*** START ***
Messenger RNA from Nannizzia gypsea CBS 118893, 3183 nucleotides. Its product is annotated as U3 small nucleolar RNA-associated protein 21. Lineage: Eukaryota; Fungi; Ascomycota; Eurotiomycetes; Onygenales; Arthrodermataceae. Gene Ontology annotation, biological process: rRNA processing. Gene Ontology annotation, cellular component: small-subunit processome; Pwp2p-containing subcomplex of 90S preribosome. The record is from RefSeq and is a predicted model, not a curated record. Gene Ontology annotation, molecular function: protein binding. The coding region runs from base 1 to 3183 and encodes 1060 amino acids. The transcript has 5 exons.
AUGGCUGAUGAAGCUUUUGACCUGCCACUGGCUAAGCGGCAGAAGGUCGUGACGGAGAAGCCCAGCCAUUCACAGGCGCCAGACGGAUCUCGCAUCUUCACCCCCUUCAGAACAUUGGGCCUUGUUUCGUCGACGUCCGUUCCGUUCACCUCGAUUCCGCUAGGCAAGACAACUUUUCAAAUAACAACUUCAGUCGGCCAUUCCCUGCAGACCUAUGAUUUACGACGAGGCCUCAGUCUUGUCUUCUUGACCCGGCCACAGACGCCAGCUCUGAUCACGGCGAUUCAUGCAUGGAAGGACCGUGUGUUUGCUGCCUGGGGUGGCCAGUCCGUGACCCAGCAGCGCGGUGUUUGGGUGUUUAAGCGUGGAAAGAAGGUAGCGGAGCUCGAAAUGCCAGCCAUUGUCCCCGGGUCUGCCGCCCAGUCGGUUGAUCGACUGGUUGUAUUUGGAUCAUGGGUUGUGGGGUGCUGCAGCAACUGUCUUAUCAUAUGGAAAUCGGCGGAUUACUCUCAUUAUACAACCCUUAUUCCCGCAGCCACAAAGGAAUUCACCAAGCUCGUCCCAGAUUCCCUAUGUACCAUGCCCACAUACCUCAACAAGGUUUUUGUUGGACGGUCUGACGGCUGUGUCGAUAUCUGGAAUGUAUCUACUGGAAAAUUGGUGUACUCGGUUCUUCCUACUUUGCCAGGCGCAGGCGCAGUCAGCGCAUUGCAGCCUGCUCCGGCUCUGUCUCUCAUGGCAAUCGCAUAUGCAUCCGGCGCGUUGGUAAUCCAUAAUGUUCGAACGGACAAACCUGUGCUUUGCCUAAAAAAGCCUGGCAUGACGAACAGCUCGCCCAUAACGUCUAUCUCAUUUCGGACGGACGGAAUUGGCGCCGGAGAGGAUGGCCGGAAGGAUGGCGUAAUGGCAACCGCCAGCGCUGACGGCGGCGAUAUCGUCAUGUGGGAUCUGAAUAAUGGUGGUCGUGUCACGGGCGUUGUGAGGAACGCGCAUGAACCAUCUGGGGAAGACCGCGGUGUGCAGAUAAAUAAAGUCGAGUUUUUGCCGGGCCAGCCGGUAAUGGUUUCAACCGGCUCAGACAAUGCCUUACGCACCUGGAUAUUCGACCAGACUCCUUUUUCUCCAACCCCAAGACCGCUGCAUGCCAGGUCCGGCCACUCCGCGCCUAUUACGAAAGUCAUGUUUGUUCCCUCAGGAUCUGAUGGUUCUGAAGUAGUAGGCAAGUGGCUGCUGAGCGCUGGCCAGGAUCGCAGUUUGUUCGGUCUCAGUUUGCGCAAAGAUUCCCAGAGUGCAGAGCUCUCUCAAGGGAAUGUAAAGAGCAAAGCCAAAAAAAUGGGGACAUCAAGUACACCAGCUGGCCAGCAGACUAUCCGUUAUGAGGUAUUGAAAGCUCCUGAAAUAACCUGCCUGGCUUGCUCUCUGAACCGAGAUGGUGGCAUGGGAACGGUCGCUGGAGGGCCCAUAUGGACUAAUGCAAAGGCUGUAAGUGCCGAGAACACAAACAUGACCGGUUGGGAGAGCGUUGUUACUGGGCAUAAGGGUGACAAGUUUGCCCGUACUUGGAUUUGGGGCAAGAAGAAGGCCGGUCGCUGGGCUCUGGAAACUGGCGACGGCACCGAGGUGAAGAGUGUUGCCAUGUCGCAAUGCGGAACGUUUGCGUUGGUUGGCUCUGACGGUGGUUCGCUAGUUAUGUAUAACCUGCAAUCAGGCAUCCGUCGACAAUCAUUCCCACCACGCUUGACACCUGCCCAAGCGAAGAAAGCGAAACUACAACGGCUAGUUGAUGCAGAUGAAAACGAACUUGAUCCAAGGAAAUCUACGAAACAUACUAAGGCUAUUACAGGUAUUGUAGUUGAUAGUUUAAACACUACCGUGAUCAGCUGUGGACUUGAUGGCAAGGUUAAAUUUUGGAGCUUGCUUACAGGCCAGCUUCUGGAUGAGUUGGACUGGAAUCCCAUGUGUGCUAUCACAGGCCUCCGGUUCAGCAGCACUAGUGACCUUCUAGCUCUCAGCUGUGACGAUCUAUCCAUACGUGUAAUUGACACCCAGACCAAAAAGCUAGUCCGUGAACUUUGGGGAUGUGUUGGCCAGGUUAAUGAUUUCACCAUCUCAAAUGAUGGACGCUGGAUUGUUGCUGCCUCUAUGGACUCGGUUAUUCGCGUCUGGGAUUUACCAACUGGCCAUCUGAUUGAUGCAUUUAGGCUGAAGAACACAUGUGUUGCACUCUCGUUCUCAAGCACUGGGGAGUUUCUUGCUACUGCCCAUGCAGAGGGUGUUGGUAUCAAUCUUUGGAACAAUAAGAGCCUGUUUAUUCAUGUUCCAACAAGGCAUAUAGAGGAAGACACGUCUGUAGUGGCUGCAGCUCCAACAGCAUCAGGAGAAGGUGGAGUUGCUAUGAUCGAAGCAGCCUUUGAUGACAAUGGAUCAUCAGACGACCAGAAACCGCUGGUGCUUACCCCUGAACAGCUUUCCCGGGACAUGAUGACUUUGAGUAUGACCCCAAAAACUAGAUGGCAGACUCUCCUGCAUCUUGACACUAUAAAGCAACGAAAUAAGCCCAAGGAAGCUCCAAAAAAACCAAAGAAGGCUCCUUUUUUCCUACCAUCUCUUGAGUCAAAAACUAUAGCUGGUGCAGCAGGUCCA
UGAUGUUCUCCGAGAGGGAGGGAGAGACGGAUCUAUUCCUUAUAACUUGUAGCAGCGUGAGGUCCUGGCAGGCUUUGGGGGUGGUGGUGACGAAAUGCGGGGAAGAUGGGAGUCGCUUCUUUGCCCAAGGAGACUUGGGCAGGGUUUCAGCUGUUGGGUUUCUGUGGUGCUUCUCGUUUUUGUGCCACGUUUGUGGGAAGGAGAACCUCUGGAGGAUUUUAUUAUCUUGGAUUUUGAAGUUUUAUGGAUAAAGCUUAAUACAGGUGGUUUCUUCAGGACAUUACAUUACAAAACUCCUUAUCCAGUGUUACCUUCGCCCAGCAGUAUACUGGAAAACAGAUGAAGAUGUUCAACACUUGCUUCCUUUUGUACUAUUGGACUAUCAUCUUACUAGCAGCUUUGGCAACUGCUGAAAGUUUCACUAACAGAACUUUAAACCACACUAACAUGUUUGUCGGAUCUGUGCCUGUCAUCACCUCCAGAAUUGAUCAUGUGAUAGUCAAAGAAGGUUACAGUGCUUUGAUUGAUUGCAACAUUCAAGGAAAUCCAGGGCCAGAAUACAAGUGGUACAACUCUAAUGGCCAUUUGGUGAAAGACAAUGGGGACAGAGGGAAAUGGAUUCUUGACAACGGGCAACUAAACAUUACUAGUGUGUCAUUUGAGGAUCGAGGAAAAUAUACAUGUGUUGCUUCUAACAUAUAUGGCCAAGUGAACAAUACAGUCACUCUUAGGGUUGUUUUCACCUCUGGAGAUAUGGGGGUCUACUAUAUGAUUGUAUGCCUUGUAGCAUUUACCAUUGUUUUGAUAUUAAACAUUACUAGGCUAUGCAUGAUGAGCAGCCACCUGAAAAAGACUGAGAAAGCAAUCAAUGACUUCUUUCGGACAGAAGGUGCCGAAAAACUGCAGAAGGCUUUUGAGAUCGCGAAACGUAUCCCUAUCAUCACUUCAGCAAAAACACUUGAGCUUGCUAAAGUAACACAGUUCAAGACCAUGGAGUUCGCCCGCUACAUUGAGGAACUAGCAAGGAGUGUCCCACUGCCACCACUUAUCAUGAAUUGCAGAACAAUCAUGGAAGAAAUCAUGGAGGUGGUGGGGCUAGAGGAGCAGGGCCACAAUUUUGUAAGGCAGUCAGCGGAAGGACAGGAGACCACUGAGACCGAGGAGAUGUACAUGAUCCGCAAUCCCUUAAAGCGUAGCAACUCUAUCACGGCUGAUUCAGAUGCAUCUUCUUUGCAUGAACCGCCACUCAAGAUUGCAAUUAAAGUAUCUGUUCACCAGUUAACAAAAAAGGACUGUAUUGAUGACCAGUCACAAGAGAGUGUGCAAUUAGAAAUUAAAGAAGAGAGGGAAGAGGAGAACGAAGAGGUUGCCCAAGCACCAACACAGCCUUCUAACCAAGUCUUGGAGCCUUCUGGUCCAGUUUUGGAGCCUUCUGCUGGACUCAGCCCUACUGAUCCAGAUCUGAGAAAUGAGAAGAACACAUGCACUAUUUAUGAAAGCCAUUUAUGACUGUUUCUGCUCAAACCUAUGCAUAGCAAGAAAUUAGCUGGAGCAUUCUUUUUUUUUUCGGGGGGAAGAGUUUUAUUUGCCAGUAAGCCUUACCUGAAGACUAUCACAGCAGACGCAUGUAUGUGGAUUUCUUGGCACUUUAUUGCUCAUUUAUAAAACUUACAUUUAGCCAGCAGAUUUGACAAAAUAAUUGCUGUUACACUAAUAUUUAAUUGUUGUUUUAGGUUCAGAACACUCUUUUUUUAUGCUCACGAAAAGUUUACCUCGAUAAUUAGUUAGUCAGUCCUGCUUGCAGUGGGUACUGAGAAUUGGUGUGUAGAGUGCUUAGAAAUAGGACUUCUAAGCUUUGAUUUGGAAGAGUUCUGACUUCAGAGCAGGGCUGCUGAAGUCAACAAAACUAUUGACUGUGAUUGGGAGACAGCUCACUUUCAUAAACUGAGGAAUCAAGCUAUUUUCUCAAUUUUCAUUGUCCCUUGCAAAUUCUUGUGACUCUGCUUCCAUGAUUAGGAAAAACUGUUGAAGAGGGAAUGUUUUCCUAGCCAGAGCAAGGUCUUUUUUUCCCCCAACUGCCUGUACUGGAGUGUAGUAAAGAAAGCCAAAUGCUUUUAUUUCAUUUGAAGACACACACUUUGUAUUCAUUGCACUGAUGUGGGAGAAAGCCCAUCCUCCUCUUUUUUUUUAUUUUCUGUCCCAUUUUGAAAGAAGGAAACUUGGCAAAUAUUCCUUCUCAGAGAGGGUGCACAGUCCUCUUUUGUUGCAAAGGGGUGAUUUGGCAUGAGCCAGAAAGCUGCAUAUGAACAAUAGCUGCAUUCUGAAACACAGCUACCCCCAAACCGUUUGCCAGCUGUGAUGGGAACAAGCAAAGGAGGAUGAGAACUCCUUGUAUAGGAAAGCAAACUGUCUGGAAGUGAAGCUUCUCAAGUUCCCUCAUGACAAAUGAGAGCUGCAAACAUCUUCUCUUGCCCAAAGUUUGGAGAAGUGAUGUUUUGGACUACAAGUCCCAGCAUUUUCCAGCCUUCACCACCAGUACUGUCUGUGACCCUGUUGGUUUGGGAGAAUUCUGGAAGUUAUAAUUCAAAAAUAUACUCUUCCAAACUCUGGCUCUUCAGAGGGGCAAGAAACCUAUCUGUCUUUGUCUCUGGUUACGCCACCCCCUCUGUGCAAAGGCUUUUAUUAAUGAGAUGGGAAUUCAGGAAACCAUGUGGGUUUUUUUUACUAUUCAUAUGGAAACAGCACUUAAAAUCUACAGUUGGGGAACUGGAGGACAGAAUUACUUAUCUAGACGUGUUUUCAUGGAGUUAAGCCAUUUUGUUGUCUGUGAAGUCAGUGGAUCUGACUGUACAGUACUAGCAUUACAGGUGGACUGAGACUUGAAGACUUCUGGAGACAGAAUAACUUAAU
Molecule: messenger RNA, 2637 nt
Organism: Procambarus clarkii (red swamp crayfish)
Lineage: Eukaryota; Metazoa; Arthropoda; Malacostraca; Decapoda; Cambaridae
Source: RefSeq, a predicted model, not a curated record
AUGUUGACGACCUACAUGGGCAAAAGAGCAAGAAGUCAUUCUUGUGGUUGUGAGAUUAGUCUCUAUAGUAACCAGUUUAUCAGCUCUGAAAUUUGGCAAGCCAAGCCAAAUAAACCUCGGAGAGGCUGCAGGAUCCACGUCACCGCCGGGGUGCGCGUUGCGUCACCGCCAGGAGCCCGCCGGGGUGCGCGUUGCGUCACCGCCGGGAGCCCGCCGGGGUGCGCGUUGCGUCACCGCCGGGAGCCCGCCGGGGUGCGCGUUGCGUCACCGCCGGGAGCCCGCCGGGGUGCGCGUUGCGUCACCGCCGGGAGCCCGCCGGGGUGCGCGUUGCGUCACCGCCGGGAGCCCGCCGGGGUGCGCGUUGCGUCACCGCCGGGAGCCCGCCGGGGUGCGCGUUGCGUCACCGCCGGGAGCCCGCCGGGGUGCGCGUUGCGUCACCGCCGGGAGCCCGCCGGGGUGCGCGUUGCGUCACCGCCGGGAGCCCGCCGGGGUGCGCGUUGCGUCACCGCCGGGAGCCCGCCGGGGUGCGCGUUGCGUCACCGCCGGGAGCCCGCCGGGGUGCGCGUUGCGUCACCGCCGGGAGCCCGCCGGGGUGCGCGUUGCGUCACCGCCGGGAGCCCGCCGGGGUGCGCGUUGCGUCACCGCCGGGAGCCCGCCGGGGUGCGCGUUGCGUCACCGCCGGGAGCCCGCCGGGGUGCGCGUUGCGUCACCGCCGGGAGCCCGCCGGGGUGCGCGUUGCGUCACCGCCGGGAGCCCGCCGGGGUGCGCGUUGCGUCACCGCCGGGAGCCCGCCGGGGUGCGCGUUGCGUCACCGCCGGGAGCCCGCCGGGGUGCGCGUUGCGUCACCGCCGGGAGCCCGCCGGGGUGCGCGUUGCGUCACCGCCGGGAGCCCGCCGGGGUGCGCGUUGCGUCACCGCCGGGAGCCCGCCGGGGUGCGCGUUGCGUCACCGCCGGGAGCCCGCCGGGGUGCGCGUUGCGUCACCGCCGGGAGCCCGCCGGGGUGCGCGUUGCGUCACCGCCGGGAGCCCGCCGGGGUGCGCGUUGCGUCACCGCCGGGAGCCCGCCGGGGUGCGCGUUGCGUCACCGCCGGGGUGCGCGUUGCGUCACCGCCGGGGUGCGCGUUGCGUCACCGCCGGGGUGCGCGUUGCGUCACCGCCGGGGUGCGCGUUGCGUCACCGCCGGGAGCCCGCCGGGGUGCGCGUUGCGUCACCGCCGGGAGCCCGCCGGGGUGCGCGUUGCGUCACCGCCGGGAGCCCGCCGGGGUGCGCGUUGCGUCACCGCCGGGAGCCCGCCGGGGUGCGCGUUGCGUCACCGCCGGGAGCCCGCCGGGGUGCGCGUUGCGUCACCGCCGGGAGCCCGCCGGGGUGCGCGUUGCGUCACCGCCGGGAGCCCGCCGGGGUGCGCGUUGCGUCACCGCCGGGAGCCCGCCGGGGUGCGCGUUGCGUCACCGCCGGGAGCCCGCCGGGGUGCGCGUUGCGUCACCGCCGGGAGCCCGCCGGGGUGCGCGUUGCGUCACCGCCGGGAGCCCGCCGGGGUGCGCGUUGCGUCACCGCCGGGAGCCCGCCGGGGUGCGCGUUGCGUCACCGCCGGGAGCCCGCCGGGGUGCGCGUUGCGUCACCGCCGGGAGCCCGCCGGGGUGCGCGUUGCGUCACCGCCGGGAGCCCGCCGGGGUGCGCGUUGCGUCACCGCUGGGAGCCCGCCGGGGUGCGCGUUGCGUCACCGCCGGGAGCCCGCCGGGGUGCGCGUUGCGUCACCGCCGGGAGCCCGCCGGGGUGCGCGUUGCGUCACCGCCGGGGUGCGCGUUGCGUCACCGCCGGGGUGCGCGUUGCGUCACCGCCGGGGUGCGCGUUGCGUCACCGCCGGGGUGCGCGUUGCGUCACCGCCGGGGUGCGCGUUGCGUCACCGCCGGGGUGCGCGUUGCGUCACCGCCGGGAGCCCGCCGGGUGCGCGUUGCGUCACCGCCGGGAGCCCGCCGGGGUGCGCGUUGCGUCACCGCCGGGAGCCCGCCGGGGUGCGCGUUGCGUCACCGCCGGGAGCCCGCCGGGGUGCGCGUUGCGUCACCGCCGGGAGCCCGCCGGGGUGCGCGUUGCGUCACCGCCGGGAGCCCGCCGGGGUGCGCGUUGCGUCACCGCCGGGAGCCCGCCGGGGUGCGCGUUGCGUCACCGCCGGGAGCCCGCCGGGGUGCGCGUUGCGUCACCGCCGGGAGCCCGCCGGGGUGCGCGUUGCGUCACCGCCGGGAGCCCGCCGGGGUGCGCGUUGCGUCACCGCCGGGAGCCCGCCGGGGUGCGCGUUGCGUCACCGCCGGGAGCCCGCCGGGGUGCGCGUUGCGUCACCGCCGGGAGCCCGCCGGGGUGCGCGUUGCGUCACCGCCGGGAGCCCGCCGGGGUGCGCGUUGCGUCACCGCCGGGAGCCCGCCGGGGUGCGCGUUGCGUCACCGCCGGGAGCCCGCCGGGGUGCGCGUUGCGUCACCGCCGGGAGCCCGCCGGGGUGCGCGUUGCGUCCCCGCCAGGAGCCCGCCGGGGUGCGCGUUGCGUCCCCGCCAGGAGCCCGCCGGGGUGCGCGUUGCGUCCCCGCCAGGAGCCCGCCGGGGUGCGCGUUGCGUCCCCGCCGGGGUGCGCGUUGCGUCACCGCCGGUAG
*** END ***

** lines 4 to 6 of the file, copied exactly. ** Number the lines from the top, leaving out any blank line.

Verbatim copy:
Molecule: messenger RNA, 2637 nt
Organism: Procambarus clarkii (red swamp crayfish)
Lineage: Eukaryota; Metazoa; Arthropoda; Malacostraca; Decapoda; Cambaridae